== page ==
Congratulations to second-year medical student Danielle Spellacy, who recently won Best Early Career Research Poster at the European Society for Prevention Science conference! Danielle presented the poster titled “Impactful social changes related to the COVID-19 pandemic in prenatal women” and shared the work she has been doing with our collaborative, the WSU COVID-19 Infant, Maternal and Family Health Collaborative.
“Regular cannabis exposure in rats during pregnancy may cause their offspring to have long-term cognitive deficiencies, asocial behavior, and anxiety later in adulthood.
That’s according to a new study by neuroscientists in Washington State University’s Integrative Physiology and Neuroscience unit that provides a rare look at the effects of using cannabis during pregnancy.
“The reality of cannabis research is there’s not a lot of it,” said Halle Weimar, first author on the paper and graduate student in the neuroscience program. “This research helps get information out to women so they can make an educated decision that is best for them.””
“Since December, 2019, the outbreak of coronavirus disease 2019 (COVID-19), which originated in Wuhan, China, has become a global public health threat.1 On Feb 28, 2020, WHO upgraded their assessment of the risk of spread and the risk of impact of COVID-19 to very high at global level. By March 10, 2020, 116 166 cases have been reported globally, causing 4088 deaths. The epidemic has spread to 118 countries around the world.2
With immunocompromised status and physiological adaptive changes during pregnancy, pregnant women could be more susceptible to COVID-19 infection than the general population. As COVID-19 is rapidly spreading, maternal management and fetal safety become a major concern, but there is scarce information of assessment and management of pregnant women infected with COVID-19, and the potential risk of vertical transmission is unclear. In The Lancet Infectious Diseases, Nan Yu and colleagues3 report the clinical features and obstetric and neonatal outcomes of pregnancy with COVID-19 pneumonia in Wuhan, China. The findings of the study provide some indications for clinical assessment and management of pregnant women with COVID-19, but questions remain on how to manage pregnant women infected with COVID-19.”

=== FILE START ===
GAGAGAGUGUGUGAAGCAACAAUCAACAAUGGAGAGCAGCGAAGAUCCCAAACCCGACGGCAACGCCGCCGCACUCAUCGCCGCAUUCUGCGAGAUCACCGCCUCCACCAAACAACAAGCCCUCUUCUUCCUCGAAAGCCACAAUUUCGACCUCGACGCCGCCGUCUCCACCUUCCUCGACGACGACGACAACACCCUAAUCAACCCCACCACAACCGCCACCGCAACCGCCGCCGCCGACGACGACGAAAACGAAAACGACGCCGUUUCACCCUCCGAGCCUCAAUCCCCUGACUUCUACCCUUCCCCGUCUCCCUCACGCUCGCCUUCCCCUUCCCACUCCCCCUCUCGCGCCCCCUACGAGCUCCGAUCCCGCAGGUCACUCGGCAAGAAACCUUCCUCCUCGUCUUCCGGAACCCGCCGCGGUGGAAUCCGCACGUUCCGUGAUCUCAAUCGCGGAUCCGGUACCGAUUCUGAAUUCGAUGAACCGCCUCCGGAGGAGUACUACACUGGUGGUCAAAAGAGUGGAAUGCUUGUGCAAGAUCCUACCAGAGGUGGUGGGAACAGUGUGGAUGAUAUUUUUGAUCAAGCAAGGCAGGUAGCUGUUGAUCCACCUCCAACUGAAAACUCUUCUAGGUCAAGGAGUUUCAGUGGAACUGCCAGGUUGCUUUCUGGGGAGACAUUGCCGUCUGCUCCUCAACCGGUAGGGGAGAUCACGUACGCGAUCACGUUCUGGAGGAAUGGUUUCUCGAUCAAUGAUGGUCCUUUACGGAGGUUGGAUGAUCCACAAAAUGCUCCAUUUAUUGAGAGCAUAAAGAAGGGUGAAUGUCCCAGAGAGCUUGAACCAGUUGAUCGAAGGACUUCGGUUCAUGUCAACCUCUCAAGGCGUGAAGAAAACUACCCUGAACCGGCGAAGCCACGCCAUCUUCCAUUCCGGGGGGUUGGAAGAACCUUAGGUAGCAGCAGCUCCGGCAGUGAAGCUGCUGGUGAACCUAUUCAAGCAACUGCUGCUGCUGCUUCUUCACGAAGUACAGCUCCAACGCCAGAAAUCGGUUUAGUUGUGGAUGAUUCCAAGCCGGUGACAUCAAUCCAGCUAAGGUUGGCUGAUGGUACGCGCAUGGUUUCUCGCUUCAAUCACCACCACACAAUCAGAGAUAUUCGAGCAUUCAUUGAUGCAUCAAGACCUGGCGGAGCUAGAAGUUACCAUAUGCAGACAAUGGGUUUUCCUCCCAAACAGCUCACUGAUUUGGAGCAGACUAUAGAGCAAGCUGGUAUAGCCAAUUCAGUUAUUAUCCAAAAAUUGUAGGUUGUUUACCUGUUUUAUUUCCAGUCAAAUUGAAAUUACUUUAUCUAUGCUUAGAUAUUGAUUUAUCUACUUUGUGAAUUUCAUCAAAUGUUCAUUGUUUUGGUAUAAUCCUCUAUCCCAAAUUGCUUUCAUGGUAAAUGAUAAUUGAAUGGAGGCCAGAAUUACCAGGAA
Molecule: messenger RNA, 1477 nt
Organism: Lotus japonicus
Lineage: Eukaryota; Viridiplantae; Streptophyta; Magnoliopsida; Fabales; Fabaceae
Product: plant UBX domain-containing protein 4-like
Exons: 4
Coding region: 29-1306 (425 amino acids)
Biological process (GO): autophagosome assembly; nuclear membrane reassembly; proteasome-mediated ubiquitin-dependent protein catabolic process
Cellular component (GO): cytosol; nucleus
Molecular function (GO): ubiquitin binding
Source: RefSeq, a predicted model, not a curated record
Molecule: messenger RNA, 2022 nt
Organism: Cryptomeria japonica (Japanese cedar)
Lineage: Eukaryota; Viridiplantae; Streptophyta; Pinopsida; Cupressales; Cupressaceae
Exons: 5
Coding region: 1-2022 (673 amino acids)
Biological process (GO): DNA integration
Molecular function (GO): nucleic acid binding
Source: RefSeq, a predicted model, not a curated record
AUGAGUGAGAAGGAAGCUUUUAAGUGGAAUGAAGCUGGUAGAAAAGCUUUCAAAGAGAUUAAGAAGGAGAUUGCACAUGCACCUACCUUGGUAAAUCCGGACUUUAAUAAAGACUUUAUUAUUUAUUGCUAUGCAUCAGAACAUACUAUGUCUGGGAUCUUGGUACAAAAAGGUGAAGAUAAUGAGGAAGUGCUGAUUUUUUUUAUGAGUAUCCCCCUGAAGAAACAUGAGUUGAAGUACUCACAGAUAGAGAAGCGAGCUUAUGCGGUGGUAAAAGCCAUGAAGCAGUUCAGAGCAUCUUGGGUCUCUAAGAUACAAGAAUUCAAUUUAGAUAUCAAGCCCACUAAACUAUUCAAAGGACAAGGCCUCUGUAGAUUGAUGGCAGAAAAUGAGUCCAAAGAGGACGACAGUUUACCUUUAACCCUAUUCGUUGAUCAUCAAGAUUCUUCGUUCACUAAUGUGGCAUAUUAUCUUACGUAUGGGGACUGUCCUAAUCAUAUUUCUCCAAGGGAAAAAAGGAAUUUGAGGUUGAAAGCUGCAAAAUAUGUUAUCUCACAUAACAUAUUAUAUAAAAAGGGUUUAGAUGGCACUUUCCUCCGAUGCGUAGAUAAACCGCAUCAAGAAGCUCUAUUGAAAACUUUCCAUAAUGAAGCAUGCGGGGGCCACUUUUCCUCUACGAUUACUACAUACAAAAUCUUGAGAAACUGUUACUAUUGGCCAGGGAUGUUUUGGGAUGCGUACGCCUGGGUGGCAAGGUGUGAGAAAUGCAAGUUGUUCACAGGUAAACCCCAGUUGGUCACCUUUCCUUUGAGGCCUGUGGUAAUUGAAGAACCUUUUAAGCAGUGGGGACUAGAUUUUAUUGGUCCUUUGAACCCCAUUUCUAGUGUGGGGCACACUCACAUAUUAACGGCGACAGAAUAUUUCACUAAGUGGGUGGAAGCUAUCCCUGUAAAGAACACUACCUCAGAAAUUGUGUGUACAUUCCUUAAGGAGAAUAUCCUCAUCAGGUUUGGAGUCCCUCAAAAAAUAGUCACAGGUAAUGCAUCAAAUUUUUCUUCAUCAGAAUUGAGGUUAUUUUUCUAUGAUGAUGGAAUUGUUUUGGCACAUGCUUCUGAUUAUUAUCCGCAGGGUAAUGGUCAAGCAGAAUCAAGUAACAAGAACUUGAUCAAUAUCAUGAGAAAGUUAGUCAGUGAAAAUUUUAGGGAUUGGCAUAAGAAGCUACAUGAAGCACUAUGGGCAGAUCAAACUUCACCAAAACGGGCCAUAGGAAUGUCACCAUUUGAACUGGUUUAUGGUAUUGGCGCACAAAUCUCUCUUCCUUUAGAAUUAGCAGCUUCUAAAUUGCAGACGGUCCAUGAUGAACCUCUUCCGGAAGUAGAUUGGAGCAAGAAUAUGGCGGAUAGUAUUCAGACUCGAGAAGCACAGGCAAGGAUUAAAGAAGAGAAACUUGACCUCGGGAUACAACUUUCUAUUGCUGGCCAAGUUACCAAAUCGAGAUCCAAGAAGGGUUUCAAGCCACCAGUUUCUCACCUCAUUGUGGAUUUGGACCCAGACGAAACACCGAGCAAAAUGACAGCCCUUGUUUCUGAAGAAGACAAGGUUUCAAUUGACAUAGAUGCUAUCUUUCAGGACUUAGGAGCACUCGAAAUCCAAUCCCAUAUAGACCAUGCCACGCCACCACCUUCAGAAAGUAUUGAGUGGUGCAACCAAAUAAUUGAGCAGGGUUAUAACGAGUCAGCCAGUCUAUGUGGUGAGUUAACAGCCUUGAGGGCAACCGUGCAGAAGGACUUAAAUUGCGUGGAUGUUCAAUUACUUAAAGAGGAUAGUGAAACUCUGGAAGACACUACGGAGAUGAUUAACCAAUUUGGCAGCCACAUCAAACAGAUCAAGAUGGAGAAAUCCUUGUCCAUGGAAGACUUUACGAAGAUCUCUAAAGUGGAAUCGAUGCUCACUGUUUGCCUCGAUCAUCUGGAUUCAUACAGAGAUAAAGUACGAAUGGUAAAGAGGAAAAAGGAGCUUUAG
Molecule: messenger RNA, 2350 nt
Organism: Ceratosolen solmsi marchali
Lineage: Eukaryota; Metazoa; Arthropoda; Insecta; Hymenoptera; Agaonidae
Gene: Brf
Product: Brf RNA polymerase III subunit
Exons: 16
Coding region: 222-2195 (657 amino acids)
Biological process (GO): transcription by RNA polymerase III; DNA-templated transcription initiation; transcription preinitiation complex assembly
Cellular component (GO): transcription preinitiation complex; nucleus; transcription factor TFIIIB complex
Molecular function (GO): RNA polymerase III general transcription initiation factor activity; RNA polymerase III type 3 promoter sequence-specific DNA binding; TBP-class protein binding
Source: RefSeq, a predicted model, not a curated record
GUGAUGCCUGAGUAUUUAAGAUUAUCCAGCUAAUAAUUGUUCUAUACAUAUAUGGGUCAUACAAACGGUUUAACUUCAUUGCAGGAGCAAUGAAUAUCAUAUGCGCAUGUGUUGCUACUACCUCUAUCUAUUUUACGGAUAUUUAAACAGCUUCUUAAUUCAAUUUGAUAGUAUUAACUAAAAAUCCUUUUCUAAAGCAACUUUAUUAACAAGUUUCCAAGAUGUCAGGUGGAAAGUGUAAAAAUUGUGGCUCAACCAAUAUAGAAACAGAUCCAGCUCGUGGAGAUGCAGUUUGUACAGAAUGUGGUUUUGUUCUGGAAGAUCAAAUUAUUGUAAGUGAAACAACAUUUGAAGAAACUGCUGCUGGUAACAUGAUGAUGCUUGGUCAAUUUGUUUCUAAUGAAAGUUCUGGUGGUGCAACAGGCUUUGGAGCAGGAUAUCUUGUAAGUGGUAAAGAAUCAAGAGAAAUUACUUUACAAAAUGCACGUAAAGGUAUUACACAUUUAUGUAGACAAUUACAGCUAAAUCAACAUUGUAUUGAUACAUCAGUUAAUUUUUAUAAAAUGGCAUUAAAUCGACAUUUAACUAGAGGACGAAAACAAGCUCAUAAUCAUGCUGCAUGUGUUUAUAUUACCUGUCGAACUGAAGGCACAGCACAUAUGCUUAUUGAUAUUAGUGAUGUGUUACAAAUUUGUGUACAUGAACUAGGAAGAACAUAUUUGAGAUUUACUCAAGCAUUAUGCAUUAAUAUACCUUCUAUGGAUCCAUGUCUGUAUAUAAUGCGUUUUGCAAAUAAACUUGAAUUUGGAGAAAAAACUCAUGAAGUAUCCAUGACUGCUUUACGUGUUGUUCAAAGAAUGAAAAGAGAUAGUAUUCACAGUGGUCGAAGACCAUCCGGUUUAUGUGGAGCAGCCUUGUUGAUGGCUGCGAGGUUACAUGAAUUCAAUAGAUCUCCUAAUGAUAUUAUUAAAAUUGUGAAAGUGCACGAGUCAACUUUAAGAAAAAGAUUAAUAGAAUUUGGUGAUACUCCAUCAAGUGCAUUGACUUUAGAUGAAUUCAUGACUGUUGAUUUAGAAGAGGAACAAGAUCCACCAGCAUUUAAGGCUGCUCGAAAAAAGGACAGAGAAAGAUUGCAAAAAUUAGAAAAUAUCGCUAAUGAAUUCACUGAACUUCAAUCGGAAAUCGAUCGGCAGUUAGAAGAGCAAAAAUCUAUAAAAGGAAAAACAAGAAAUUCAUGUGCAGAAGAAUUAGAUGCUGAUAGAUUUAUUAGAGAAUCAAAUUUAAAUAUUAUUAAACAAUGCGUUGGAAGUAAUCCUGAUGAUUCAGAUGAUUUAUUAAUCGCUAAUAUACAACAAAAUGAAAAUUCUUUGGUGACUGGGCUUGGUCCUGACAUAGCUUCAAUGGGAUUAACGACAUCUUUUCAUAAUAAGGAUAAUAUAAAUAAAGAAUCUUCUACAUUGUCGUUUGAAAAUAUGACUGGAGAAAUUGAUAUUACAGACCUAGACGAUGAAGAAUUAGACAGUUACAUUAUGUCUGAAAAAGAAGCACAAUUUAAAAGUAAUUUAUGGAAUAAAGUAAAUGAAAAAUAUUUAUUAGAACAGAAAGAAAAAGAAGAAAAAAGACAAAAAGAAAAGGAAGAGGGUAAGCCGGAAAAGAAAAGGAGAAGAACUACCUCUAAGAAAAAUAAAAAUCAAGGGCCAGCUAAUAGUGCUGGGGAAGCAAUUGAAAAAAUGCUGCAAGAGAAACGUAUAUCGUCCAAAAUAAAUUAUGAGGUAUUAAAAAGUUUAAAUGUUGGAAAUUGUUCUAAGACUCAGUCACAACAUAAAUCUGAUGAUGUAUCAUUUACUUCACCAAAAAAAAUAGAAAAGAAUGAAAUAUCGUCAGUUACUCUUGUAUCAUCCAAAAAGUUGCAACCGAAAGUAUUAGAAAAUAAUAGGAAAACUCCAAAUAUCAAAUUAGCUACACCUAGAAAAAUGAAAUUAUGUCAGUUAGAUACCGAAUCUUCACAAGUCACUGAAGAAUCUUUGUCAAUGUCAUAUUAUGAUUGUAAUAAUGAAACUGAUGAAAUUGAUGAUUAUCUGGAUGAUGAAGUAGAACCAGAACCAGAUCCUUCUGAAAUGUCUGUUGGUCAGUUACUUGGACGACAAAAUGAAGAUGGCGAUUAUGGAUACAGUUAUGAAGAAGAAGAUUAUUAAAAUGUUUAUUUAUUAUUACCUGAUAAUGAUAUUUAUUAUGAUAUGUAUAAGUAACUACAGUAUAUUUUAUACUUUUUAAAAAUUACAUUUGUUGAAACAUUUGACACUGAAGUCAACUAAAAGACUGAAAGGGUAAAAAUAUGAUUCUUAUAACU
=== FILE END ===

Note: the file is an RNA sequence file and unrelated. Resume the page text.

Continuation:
“Experts are learning more every day about the new coronavirus that causes COVID-19. The American College of Obstetricians and Gynecologists (ACOG) is following the situation closely. This page will be updated as ACOG learns new information for pregnant and breastfeeding women.
Please note that while the page linked below is a page for patients, this page is not meant to give specific medical advice and is for informational reference only. Medical advice should be provided by your doctor or other health care professional.”
“We do not currently know if pregnant people have a greater chance of getting sick from COVID-19 than the general public nor whether they are more likely to have serious illness as a result. Based on available information, pregnant people seem to have the same risk as adults who are not pregnant.
However, we do know that
Pregnant people have changes in their bodies that may increase their risk of some infections.
Pregnant people have had a higher risk of severe illness when infected with viruses from the same family as COVID-19 and other viral respiratory infections, such as influenza.”